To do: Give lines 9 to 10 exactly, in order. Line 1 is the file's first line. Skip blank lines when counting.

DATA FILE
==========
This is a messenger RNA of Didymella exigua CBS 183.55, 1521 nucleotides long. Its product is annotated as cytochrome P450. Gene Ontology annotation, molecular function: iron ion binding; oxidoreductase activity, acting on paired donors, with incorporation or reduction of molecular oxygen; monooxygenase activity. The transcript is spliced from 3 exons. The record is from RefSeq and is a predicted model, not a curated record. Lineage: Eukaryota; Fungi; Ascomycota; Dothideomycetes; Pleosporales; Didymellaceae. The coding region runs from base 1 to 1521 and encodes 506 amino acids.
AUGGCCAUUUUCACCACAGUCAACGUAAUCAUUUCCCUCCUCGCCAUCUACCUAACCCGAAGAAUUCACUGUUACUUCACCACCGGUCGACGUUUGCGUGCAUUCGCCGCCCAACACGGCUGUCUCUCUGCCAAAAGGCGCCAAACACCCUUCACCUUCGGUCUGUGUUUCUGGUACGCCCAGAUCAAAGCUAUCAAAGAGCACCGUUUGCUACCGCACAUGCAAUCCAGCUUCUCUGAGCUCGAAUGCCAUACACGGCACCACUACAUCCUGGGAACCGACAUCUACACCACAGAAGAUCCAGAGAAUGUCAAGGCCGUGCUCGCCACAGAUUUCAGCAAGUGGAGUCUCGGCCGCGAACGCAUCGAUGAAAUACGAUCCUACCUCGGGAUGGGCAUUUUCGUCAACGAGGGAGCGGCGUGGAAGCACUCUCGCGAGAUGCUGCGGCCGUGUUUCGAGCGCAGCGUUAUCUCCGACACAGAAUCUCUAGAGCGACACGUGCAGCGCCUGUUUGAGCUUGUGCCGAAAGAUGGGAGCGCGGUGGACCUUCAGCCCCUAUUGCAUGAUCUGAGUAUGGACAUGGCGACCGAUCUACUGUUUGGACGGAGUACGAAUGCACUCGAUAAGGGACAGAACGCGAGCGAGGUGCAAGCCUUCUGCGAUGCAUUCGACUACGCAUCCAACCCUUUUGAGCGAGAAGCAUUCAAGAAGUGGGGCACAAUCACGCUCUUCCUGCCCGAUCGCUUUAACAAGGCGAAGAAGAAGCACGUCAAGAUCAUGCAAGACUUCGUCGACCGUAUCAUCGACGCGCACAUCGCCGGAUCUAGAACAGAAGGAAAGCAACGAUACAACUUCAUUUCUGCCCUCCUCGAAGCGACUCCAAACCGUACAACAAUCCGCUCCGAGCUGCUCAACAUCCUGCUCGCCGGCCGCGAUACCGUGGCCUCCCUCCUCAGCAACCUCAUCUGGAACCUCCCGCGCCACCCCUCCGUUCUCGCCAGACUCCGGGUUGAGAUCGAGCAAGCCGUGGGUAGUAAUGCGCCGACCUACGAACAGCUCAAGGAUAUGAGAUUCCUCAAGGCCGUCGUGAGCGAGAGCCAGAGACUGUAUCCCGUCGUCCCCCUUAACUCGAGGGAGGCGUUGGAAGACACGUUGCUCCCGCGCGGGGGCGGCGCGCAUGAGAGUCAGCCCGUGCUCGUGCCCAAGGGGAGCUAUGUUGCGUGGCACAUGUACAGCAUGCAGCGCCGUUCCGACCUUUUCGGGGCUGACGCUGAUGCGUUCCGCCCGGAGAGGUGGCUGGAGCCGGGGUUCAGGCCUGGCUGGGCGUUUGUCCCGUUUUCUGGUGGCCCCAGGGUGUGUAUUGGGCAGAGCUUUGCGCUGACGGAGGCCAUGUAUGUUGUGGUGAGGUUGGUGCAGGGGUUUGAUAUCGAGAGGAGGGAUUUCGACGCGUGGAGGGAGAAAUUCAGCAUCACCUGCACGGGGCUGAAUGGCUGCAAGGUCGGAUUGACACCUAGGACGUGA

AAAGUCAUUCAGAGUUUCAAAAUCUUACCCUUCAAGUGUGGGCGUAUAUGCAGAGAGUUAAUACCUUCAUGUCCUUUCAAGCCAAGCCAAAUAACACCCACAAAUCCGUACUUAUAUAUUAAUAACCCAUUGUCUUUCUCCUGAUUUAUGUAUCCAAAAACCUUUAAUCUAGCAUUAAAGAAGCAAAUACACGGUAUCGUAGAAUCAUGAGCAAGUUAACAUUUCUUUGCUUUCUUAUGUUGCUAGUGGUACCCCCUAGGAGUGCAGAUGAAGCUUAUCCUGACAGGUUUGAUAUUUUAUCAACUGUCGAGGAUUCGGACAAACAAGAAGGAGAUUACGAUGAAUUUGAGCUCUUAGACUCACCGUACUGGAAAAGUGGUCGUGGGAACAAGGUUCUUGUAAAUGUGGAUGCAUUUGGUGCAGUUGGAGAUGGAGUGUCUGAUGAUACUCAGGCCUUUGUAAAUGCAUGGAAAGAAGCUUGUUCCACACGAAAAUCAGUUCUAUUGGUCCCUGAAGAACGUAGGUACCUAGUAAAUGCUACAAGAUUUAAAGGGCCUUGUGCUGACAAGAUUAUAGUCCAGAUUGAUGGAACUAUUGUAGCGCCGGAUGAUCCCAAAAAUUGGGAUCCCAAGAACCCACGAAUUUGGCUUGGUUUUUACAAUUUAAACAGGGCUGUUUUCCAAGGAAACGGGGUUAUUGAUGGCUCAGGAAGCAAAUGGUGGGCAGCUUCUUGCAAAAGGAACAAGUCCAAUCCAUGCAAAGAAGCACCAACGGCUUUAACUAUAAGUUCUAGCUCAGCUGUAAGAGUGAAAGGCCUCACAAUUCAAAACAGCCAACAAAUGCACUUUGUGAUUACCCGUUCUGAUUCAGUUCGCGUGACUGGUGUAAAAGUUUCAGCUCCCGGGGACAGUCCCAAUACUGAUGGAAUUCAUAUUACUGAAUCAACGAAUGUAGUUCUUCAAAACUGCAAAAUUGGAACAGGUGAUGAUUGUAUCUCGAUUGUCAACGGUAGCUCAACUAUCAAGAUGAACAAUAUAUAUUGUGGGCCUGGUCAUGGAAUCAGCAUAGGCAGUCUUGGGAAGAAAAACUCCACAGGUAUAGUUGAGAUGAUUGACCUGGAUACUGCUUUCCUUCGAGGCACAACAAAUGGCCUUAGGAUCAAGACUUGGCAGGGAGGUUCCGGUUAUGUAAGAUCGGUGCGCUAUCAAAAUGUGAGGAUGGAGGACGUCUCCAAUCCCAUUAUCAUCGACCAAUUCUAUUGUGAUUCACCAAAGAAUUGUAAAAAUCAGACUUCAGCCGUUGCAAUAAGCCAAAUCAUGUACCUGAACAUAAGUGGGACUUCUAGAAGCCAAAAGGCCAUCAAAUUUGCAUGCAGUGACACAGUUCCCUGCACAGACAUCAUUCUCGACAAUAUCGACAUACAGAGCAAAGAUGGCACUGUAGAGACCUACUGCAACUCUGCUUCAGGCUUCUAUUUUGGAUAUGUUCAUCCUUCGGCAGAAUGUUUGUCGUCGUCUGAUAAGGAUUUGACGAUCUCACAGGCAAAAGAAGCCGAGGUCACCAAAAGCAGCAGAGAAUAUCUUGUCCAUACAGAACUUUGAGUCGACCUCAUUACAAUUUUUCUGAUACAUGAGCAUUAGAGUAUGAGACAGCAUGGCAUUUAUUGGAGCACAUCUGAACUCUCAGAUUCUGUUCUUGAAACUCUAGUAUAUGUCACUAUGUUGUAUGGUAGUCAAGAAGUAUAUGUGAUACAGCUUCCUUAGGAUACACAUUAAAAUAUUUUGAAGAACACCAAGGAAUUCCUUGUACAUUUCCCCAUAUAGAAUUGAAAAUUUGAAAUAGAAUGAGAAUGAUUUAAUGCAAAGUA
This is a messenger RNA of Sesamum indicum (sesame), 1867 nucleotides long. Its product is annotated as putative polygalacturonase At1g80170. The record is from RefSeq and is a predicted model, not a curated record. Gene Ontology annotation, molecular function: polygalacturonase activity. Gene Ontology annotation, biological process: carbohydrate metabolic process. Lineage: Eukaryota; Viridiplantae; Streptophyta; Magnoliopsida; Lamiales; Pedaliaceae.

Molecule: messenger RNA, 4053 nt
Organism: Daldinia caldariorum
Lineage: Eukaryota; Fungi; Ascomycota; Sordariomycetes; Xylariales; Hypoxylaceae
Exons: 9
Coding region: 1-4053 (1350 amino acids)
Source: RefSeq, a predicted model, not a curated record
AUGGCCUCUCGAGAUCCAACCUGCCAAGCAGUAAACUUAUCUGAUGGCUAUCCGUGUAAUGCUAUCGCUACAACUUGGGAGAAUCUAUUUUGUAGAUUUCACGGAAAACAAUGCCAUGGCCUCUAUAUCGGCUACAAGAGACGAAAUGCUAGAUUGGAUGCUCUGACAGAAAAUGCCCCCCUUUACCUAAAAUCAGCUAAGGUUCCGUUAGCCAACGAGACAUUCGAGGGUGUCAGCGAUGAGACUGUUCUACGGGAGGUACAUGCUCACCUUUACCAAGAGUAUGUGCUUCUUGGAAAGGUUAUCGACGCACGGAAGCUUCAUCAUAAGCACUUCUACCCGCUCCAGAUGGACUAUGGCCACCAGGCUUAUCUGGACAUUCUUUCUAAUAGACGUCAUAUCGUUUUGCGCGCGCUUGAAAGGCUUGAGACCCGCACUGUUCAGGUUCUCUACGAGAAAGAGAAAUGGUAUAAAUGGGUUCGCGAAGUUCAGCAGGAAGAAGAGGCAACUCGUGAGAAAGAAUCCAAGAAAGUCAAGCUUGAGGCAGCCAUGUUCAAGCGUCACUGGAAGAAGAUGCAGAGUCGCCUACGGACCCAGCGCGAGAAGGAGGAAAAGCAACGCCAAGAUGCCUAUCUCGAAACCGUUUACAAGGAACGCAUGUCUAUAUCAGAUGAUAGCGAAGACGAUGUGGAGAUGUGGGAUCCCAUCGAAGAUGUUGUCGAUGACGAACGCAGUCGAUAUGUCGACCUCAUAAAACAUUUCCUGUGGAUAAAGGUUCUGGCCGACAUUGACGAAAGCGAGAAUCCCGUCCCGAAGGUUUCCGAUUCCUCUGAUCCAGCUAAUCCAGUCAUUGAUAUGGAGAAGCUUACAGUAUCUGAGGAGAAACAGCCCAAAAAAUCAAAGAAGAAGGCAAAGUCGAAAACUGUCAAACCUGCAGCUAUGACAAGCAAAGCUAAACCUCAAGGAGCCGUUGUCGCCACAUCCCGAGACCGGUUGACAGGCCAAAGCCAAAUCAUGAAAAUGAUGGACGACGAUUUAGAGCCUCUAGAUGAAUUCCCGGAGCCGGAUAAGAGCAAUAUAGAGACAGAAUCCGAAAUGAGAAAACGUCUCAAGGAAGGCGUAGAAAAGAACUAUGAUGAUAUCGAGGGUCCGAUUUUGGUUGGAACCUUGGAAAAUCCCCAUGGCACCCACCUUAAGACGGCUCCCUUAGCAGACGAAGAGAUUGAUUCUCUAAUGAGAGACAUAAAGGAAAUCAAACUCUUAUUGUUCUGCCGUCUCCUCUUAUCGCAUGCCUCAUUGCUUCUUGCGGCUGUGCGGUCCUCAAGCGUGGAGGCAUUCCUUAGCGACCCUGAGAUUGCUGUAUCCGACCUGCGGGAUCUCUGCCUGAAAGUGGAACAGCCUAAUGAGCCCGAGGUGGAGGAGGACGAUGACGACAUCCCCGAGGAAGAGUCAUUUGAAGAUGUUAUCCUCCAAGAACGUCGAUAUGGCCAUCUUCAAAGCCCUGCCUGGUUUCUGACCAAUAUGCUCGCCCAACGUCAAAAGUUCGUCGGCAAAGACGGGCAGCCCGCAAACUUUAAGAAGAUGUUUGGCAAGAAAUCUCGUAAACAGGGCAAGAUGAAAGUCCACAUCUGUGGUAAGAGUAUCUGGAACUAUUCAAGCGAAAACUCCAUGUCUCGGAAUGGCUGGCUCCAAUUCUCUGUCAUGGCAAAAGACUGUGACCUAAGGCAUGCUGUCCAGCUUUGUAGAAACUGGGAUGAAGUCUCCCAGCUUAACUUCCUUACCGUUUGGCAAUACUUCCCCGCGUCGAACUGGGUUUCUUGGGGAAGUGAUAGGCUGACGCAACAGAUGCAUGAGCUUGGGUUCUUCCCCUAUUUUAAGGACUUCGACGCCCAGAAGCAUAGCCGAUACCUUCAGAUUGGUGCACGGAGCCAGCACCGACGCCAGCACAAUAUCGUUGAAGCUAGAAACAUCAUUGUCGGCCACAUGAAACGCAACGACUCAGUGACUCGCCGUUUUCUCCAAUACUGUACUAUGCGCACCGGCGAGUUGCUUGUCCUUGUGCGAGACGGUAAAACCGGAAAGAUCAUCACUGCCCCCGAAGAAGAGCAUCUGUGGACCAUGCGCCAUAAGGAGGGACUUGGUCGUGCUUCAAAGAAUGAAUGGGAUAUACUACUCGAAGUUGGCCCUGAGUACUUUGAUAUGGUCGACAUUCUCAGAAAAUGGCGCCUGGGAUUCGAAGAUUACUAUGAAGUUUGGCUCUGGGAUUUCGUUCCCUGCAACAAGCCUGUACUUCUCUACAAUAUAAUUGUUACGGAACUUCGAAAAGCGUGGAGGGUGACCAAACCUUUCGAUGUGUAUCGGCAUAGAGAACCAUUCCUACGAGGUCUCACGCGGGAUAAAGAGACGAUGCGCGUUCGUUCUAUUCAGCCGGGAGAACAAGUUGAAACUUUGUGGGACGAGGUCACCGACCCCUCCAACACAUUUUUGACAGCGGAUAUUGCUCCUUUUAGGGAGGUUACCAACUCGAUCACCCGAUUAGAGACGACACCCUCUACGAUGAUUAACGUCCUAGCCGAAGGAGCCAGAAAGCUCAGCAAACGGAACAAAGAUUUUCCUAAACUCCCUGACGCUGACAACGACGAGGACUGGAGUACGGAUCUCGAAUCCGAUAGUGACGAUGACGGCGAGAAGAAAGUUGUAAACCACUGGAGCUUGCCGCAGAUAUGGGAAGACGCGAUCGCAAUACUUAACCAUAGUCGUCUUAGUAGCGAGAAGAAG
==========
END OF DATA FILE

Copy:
Coding region: 1-4053 (1350 amino acids)
Source: RefSeq, a predicted model, not a curated record